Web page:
The Rohingyas have been protesting and rebelling for years now, however their rights are nowhere to equal to the rest of the citizens even though they have been living in Myanmar and calling it their home for longer than one can imagine. Yet, the government is intolerant of who they are as a community. For them worshipping a different God has become a bigger crime than murder, theft, and rape itself. 

Intolerance is defined as unwillingness to let other people act in a different way or hold different opinions from you. Basically, intolerance is being close minded towards accepting diverse views or beliefs. We see and sometimes even experience it in various forms today. It could be with gender, or racial, or even ethnic. The point being that it doesn’t matter which category two people are different. What matters is that at the end of the day, we are always different in some way or the other and until we find a way to accept that, we won’t be able to achieve well, tolerance. 
One of the biggest and perhaps most talked about intolerances in the world today, is religious intolerance. Whether you’re part of a majority or a minority, discrimination is prevalent everywhere. Maybe some communities experience it less and some more but that doesn’t make it okay in any way. 

Case study – The Rohingya Muslims 

The Rohingya Muslims are one of the main ethnic minorities in Myanmar but Myanmar, being a buddhist country doesn’t recognize them as citizens of the country and terms them as illegal immigrants from Bangladesh. There has always been a tension between the two communities and before August 2017, there were already around 307,500 Rohingya refugees living in camps, makeshift settlements and with host communities. A further 687,000 were  estimated to have arrived since August 2017. At least 6,700 Rohingya, were killed in the month after the violence broke out. The Myanmar military also raped and abused women and girls. The Rohingya refugees spread over to countries like Bangladesh and India. Unfortunately, even after settling in camps in Bangladesh, the amount of difficulties didn’t end. The monsoon rains shattered their camps, and forced them to build their homes once again. Young girls were sexually assaulted and beaten which left them traumatized. Basic sanitation itself was hard to find in those camps.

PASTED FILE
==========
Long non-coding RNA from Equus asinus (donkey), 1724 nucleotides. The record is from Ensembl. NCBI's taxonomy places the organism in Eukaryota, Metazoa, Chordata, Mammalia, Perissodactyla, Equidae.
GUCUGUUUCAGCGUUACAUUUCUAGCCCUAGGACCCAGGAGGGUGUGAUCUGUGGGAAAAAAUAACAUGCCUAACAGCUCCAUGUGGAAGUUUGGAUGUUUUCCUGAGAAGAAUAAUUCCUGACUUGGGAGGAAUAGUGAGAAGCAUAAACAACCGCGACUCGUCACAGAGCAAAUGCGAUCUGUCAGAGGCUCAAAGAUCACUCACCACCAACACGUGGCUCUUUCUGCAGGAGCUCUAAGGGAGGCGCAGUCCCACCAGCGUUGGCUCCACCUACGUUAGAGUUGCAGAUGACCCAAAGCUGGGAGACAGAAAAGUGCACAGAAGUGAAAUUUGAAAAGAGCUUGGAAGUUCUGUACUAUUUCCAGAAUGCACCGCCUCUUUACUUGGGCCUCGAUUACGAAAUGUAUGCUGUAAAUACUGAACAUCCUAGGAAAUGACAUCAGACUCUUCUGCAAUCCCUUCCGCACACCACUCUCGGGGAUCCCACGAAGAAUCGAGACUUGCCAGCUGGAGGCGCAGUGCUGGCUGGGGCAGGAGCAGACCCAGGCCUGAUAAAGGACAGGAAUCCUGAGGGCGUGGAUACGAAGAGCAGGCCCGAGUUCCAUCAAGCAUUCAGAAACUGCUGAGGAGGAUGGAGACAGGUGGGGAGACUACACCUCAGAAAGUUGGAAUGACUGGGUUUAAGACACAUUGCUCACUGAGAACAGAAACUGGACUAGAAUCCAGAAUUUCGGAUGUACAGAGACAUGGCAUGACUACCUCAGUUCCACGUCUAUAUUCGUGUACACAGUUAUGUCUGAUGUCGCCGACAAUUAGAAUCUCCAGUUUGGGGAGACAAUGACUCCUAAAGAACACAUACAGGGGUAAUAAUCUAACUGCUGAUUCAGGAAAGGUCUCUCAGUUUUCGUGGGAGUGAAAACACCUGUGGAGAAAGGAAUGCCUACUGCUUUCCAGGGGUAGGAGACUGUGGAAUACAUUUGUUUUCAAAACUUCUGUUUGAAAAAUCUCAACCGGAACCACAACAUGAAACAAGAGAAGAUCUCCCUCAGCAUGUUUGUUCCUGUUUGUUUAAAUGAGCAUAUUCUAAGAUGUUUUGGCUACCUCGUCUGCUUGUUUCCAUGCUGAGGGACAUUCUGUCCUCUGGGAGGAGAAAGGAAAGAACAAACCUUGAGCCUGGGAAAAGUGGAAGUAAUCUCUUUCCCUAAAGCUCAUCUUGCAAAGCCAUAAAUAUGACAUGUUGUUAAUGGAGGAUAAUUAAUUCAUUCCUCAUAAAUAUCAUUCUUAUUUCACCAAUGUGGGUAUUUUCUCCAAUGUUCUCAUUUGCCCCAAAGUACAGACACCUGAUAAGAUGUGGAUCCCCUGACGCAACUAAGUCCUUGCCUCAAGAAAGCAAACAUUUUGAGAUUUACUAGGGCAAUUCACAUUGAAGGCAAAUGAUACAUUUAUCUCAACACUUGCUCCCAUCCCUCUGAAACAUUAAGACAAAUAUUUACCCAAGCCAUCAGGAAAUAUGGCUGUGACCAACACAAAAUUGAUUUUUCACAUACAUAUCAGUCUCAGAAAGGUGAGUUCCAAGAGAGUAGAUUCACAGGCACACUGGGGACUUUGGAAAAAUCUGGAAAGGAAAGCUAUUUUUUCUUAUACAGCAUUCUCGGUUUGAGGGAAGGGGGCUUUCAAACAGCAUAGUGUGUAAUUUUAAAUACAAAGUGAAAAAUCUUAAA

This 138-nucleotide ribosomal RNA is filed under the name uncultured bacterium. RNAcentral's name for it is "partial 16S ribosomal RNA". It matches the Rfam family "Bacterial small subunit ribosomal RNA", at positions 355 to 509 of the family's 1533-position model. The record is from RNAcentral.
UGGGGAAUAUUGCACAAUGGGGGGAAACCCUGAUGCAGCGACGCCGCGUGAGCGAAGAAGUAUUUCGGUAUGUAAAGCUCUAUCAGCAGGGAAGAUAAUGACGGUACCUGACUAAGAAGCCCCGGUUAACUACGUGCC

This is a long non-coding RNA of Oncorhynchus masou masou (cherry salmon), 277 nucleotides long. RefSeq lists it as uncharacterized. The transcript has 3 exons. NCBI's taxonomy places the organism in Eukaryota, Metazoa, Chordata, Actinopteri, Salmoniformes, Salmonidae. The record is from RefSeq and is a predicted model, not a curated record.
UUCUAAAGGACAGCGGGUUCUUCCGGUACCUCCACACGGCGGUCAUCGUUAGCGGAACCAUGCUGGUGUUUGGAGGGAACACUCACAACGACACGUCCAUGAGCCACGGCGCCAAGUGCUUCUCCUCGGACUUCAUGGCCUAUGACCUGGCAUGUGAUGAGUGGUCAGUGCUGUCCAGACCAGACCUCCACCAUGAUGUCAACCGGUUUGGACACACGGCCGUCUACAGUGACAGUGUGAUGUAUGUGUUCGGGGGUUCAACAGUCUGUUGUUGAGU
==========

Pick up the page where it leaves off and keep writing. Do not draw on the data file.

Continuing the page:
This kind of war time violence seems inevitable but is caused only because some communities have faiths and religious beliefs which differ from other communities. The groups with majority believe that by spreading terror, they’ll be able to control the minorities and live in harmony but they fail to understand that violence is never the way to achieve something as vulnerable as peace. The Rohingyas have been protesting and rebelling for years now, however their rights are nowhere to equal to the rest of the citizens even though they have been living in Myanmar and calling it their home for longer than one can imagine. Yet, the government is intolerant of who they are as a community. For them worshipping a different God has become a bigger crime than murder, theft, and rape itself. 

Although we read about this kind of brutal violence everyday in newspapers; hear about it on the radio; even write about it angrily on social media platforms, we fail to understand that it is acceptance they require from us and not anger. Religious intolerance is not something we can put as one of the sustainable goals for us to achieve by 2030. For it is something we aim to achieve in the process of fulfilling other goals such as peace and strong institutions or even reduced inequalities. Religion is something we have created, and it is not something that we can fix through programmes or treaties. It comes from within us. World peace will come when acceptance and tolerance is achieved. When we finally begin to understand that to attain world peace, all of us don’t need to have the same beliefs or views. We can worship several gods, be of various colours, and love different genders, yet still live in harmony. After all, we are the ones who are going to stay with each other even if the world falls apart.

Intolerance is the most socially acceptable form of egotism, for it permits us to assume superiority without personal boasting.

~Sydney J. Harris